SAC Speaks With Staff On Insider Case

Nov 30 2012 | 12:24pm ET

A day after moving to reassure investors about the insider-trading case enveloping the firm, SAC Capital Advisors sought to placate concerns among its employees.

The $14 billion hedge fund held a conference call for its roughly 1,000 employees yesterday to discuss the arrest of former portfolio manager Mathew Martoma and the likely fraud lawsuit the firm is facing. SAC received a Wells notice from the Securities and Exchange Commission last week, on the day Martoma was arrested, indicating that the regulator plans to take action against the firm.

The call with employees covered much of the same ground as Wednesday's call with investors; on that call, founder Steven Cohen and firm president Tom Conheeney said that Cohen acted appropriately when he accepted Martoma's advice on two pharmaceutical stocks and defended SAC's "culture of compliance." They also emphasized that the Wells notice did not name Cohen personally, although media reports indicate that the SEC hopes to extend the charges to him.

SAC has said that it is confident that neither it nor Cohen have done anything wrong.

The SEC isn't the only authority with an eye on Cohen. In fact, the lawsuit promised by the Wells notice could be months away, as the SEC gives the U.S. Justice Department time to build a possible criminal case against Cohen. The government has already sought the cooperation of Martoma, who has thus far declined.

Martoma was accused last week of earning SAC $276 million trading on confidential information about Alzheimer's drug tests.

The SEC has spoken to Cohen about Martoma's trades, which took place between 2006 and 2008. The agency deposed him earlier this year, but Cohen offered only vague recollections of a 2008 phone call he had with Martoma in which Martoma told him he was "no longer comfortable" with SAC's large positions in Elan Corp. and Wyeth LLC. Martoma allegedly sought the meeting with Cohen after learning that the drug tests had not gone well.

At least two other SAC employees were deposed by the SEC in the Martoma case, the Financial Times reports, including trading chief Phillipp Villhauer. According to court documents, Villhauer executed the trades that say SAC exit its huge Elan position in 2008, using algorithms and dark pools to hide the identity of the seller. Villhauer has not been accused of any wrongdoing.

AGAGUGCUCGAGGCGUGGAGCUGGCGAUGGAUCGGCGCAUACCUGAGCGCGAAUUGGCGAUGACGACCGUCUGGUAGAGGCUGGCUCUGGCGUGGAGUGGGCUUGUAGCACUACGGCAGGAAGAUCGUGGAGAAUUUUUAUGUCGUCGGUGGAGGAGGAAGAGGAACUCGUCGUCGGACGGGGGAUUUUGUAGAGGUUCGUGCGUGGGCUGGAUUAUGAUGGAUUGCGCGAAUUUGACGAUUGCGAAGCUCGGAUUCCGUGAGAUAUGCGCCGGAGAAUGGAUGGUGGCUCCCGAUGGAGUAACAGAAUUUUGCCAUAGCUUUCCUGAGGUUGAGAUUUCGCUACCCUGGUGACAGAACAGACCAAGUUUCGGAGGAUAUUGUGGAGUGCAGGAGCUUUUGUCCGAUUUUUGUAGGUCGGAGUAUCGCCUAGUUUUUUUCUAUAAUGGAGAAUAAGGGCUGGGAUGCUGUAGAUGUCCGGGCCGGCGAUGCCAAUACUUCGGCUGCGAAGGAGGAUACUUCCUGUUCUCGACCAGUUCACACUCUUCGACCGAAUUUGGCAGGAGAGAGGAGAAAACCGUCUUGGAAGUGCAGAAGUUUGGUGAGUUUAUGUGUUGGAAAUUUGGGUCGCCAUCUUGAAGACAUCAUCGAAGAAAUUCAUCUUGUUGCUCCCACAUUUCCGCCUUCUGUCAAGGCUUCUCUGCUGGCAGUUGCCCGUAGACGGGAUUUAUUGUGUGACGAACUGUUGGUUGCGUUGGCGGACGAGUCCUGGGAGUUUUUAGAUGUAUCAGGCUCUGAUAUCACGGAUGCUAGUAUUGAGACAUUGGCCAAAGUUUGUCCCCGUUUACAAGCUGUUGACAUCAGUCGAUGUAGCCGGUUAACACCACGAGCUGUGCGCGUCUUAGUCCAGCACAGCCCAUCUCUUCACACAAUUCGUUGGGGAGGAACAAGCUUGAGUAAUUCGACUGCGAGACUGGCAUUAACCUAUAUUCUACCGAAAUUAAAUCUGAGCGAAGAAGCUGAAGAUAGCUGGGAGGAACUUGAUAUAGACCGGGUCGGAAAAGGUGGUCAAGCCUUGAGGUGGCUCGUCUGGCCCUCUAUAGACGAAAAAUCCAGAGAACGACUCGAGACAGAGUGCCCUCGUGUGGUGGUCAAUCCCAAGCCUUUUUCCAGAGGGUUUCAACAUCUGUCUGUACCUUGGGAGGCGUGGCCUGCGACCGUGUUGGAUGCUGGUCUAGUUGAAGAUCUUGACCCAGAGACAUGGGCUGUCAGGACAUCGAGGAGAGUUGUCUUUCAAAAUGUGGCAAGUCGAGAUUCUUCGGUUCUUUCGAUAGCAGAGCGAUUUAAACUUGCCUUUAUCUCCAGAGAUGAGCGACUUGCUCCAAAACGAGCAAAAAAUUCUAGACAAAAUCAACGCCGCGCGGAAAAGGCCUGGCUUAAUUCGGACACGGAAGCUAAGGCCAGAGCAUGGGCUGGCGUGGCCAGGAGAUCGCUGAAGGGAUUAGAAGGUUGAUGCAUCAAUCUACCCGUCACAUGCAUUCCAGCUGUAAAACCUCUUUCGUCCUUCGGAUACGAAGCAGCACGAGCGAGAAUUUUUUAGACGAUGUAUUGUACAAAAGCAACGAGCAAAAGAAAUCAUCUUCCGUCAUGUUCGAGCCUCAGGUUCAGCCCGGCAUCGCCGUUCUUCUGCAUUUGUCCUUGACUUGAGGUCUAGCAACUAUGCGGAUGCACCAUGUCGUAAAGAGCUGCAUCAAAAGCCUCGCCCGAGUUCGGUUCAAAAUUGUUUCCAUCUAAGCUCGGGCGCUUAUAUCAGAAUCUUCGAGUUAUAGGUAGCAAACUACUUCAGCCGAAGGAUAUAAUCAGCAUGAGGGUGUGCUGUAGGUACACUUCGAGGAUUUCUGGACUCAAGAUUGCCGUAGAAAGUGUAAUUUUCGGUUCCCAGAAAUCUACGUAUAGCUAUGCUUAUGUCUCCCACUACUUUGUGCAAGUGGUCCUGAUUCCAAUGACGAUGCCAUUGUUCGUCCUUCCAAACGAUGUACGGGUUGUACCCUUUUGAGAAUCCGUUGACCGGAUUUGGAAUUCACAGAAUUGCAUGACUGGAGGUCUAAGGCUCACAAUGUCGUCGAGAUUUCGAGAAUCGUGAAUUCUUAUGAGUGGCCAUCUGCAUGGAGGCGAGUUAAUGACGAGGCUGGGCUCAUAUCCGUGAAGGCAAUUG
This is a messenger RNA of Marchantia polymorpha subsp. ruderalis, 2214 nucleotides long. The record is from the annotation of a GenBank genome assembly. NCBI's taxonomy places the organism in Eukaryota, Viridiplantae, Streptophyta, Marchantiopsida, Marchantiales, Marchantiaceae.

In Depth

Q&A: Open Season For Closed-End Funds

Aug 29 2014 | 10:00am ET

When Maury Fertig and Bob Huffman, former Salomon Brothers coworkers, launched...

Lifestyle

Och Funds Women In Finance Initiative At U-M

Aug 28 2014 | 3:01pm ET

Och-Ziff Capital founder Daniel Och and his wife have made a "generous donation"...

Guest Contributor

Looking Ahead: What’s In Store For Managed Futures?

Aug 22 2014 | 12:52pm ET

The last five years were phenomenal for investors in equity indices. Will the next...

 

Editor's Note

    Get A Sneak Peak Of The Alpha Pages

    Aug 25 2014 | 11:21am ET

    As many of you know, FINalternatives was recently acquired by the owners of Futures magazine, a firm called The Alpha Pages LLC. Today marks the soft-launch of a new sister site for both publications. As its name suggests, The Alpha Pages will cover all types of alternative investments, going far beyond the more well-known ones such as hedge funds and private equity. Read more…

 

Futures Magazine

July/August 2014 Cover

The time was right

Commodities/Futures magazine launched at the precipice of a revolution in the futures industry—really a revolution in the idea of risk management—that would move it from a small niche industry to ...

The Alpha Pages

TAP July/August 2014 Cover

The Alpha Pages Interview: Senator Rand Paul

Senator Paul sat down in the debut series of the Alpha Pages Interview to discuss the broken tax code, regulation surrounding Bitcoin, and his plans for the 2016 Presidential election.